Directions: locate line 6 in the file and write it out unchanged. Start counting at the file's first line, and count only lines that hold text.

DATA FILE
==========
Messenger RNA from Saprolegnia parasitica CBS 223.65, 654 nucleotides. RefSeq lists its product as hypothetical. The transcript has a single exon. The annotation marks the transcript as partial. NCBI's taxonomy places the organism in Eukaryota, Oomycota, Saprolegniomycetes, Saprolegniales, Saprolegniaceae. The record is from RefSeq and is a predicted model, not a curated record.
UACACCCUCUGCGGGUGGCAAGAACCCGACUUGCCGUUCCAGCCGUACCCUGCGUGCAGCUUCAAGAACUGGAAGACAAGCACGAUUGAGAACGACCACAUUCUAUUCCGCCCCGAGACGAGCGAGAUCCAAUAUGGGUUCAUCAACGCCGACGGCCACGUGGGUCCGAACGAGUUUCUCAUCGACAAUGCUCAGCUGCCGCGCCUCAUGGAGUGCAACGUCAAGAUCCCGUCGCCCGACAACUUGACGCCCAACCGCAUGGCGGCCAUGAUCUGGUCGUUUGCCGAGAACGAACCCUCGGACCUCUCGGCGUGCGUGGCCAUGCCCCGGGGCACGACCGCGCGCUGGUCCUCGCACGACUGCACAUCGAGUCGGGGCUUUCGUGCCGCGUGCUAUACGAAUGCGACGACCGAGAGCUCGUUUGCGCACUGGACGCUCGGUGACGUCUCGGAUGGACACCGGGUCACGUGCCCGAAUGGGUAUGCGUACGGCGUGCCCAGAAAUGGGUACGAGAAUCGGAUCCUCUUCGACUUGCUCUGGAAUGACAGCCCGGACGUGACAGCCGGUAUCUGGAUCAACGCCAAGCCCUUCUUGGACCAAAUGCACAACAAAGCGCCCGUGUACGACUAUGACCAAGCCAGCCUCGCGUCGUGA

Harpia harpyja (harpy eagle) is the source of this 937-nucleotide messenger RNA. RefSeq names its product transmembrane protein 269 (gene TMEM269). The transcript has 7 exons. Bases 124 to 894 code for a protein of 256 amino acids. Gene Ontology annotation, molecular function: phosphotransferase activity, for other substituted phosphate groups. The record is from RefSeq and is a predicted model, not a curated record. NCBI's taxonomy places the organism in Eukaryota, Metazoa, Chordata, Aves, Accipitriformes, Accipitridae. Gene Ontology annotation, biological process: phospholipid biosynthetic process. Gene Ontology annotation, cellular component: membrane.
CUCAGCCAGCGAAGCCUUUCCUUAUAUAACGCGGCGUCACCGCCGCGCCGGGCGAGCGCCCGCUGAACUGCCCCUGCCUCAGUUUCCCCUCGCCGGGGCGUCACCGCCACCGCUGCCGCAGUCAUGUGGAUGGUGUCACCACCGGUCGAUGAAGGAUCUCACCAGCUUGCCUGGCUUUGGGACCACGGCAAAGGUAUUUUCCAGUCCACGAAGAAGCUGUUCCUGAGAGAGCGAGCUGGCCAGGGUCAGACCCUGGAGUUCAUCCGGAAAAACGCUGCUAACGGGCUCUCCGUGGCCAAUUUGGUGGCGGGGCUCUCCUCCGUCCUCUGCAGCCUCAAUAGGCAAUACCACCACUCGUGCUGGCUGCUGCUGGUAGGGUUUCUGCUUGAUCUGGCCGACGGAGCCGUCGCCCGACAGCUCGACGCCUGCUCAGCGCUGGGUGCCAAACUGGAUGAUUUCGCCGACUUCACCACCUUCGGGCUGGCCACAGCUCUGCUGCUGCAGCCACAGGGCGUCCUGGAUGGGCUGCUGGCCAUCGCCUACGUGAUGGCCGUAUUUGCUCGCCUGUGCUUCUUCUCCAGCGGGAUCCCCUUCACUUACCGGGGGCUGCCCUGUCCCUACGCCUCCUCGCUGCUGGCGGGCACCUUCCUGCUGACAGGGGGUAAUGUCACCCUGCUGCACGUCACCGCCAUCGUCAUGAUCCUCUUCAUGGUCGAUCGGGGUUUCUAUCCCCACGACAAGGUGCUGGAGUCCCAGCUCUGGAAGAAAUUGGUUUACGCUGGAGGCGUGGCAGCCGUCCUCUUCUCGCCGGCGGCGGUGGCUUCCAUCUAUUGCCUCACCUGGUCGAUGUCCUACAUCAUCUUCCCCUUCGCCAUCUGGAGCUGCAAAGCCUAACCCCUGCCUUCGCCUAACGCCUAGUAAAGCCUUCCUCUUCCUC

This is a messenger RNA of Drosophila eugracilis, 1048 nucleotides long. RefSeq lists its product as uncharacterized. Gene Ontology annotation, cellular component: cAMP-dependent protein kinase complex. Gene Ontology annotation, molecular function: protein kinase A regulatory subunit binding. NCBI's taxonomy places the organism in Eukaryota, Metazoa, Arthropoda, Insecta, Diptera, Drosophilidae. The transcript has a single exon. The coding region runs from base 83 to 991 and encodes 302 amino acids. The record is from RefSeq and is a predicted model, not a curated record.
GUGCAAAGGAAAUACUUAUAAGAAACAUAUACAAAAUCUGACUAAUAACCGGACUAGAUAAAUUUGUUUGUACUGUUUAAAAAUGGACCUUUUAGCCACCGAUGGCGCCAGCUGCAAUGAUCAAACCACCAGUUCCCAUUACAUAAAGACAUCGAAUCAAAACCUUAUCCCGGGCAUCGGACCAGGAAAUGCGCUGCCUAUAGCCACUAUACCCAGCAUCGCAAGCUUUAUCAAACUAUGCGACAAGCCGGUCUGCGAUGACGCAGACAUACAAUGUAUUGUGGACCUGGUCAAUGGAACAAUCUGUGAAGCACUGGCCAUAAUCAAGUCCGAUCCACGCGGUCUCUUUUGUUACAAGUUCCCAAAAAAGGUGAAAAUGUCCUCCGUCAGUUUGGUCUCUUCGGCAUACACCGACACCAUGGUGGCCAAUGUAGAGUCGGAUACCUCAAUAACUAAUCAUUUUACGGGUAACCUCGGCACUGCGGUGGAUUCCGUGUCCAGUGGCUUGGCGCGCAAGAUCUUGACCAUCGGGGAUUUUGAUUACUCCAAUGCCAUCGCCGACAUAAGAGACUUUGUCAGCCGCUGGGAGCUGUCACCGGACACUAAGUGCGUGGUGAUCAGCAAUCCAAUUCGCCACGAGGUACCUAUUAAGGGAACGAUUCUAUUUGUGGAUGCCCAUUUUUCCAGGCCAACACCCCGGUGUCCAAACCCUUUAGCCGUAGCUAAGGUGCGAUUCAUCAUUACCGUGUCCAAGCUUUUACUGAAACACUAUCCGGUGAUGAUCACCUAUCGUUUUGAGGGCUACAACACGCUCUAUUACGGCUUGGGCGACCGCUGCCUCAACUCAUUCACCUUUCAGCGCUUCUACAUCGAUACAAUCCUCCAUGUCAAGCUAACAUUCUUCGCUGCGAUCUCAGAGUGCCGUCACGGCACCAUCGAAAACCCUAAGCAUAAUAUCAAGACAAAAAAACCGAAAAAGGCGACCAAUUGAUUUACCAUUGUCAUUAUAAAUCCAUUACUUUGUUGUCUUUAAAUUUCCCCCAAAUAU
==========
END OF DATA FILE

GUGCAAAGGAAAUACUUAUAAGAAACAUAUACAAAAUCUGACUAAUAACCGGACUAGAUAAAUUUGUUUGUACUGUUUAAAAAUGGACCUUUUAGCCACCGAUGGCGCCAGCUGCAAUGAUCAAACCACCAGUUCCCAUUACAUAAAGACAUCGAAUCAAAACCUUAUCCCGGGCAUCGGACCAGGAAAUGCGCUGCCUAUAGCCACUAUACCCAGCAUCGCAAGCUUUAUCAAACUAUGCGACAAGCCGGUCUGCGAUGACGCAGACAUACAAUGUAUUGUGGACCUGGUCAAUGGAACAAUCUGUGAAGCACUGGCCAUAAUCAAGUCCGAUCCACGCGGUCUCUUUUGUUACAAGUUCCCAAAAAAGGUGAAAAUGUCCUCCGUCAGUUUGGUCUCUUCGGCAUACACCGACACCAUGGUGGCCAAUGUAGAGUCGGAUACCUCAAUAACUAAUCAUUUUACGGGUAACCUCGGCACUGCGGUGGAUUCCGUGUCCAGUGGCUUGGCGCGCAAGAUCUUGACCAUCGGGGAUUUUGAUUACUCCAAUGCCAUCGCCGACAUAAGAGACUUUGUCAGCCGCUGGGAGCUGUCACCGGACACUAAGUGCGUGGUGAUCAGCAAUCCAAUUCGCCACGAGGUACCUAUUAAGGGAACGAUUCUAUUUGUGGAUGCCCAUUUUUCCAGGCCAACACCCCGGUGUCCAAACCCUUUAGCCGUAGCUAAGGUGCGAUUCAUCAUUACCGUGUCCAAGCUUUUACUGAAACACUAUCCGGUGAUGAUCACCUAUCGUUUUGAGGGCUACAACACGCUCUAUUACGGCUUGGGCGACCGCUGCCUCAACUCAUUCACCUUUCAGCGCUUCUACAUCGAUACAAUCCUCCAUGUCAAGCUAACAUUCUUCGCUGCGAUCUCAGAGUGCCGUCACGGCACCAUCGAAAACCCUAAGCAUAAUAUCAAGACAAAAAAACCGAAAAAGGCGACCAAUUGAUUUACCAUUGUCAUUAUAAAUCCAUUACUUUGUUGUCUUUAAAUUUCCCCCAAAUAU